German soldiers recalled from Lithuania over Hitler birthday song
Troops recalled from Lithuania over incident Germany military spokesperson says ‘brings shame on us all’.
The soldiers were in Lithuania as part of NATO's Enhanced Forward Presence mission providing protection to Lithuania, Latvia and Estonia by deterring Russia [File: Michele Tantussi/Reuters]
Some 30 German soldiers are being recalled from service in Lithuania, with ringleaders facing immediate dismissal, after they were accused of making racist and anti-Semitic remarks and of sexual violence, a German military spokesperson said.
The soldiers were in Lithuania as part of NATO’s Enhanced Forward Presence mission providing protection to Lithuania, Latvia and Estonia by deterring Russia.
Der Spiegel earlier reported that some German soldiers had got so drunk in a hotel that military police had to be called.
Further investigations found that soldiers had sung a birthday song for Nazi leader Adolf Hitler at an earlier gathering.
Beyond violating their oaths, the soldiers were accused of “giving offence with racist and anti-Semitic overtones and showing extremist behaviour”, the spokesperson said. They would be back in Germany on Thursday.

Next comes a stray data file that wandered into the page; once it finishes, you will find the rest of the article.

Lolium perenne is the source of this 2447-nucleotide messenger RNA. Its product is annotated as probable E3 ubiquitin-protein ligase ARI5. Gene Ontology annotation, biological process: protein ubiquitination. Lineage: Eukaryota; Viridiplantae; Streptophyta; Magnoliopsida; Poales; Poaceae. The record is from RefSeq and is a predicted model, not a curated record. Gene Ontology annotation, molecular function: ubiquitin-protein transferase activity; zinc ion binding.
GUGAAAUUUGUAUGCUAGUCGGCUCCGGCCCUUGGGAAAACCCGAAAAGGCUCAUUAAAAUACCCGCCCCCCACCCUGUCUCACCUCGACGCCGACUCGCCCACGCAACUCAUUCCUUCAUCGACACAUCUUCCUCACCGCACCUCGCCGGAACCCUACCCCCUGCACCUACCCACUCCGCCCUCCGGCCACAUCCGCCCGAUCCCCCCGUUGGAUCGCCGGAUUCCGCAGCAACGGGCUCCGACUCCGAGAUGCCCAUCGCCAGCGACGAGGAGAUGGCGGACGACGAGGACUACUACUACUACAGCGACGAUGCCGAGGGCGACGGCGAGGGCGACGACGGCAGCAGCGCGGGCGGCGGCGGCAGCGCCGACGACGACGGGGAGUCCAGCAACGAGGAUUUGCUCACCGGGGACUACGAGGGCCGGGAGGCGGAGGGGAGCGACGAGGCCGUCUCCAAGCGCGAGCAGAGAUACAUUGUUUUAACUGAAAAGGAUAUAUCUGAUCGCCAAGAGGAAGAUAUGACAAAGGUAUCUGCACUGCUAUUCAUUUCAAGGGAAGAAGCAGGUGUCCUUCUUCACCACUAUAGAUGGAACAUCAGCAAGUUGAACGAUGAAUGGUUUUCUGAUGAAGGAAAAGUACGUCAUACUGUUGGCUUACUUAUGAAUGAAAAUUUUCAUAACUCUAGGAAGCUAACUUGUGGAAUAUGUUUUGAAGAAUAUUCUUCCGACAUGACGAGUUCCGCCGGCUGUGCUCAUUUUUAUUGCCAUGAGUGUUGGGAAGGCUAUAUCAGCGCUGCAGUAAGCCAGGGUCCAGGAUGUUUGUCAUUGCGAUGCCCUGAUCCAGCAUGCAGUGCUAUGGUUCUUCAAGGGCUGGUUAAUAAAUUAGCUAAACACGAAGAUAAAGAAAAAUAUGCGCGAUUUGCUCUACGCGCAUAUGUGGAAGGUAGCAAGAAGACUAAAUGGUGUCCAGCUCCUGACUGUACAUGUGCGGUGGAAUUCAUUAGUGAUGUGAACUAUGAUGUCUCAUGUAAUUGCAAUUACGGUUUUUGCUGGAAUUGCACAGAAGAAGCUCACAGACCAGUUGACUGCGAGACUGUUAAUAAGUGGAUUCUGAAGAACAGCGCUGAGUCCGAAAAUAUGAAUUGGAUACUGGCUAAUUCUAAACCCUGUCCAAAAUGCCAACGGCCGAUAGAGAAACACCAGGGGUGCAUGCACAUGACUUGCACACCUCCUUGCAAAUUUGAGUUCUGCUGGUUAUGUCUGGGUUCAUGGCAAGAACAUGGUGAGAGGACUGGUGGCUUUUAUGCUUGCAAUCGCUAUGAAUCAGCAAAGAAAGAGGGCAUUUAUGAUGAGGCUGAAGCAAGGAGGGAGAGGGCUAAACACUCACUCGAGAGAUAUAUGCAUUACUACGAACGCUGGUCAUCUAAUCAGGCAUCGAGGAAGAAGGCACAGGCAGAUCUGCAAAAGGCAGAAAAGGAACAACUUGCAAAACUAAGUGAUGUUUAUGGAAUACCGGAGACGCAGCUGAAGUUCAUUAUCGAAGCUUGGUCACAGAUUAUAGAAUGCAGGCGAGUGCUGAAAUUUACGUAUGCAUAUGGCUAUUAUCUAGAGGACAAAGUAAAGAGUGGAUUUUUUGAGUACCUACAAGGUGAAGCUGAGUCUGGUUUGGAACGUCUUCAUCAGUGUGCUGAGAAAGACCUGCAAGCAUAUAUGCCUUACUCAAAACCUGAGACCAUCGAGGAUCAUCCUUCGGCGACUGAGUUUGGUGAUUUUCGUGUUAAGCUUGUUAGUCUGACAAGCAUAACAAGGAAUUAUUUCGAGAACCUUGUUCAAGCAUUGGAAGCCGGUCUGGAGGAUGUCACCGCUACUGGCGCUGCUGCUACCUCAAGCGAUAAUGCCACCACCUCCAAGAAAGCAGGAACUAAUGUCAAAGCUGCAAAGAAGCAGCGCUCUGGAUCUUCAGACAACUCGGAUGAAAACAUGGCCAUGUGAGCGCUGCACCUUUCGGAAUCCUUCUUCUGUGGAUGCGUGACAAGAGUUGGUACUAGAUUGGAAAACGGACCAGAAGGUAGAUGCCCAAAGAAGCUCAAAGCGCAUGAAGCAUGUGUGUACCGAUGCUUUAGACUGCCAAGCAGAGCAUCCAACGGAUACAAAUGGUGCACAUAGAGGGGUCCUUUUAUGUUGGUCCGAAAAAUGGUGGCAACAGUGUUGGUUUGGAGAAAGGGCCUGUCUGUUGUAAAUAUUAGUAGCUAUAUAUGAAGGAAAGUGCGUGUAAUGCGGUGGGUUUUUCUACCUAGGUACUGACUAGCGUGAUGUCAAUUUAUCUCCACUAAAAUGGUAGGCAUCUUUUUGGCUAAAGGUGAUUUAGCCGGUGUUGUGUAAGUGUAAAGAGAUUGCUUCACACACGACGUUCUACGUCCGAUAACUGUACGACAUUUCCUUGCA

“Such behaviour is not only inexcusable but brings shame on us all,” she added.
Much of Germany’s post-war foreign policy has been focused on showing atonement for the crimes of Hitler’s Third Reich, which murdered many millions in the Holocaust of Europe’s Jews, one of the worst crimes in human history.
Numerous instances where some members of the police and the military were found showing Nazi sympathies have garnered enormous attention from authorities and the media.
Germany’s deployment in the eastern Baltic has added sensitivity since its soldiers last served there in World War II, where they and members of the German SS committed some of the war’s bloodiest crimes in what were then the western marches of the Soviet Union.
The investigation had also found that 569 rounds of ammunition were missing from inventories, though this could have been due to soldiers miscounting at the end of a firing exercise.
The German military’s general inspector had apologised to his Lithuanian counterpart, the spokesperson said.
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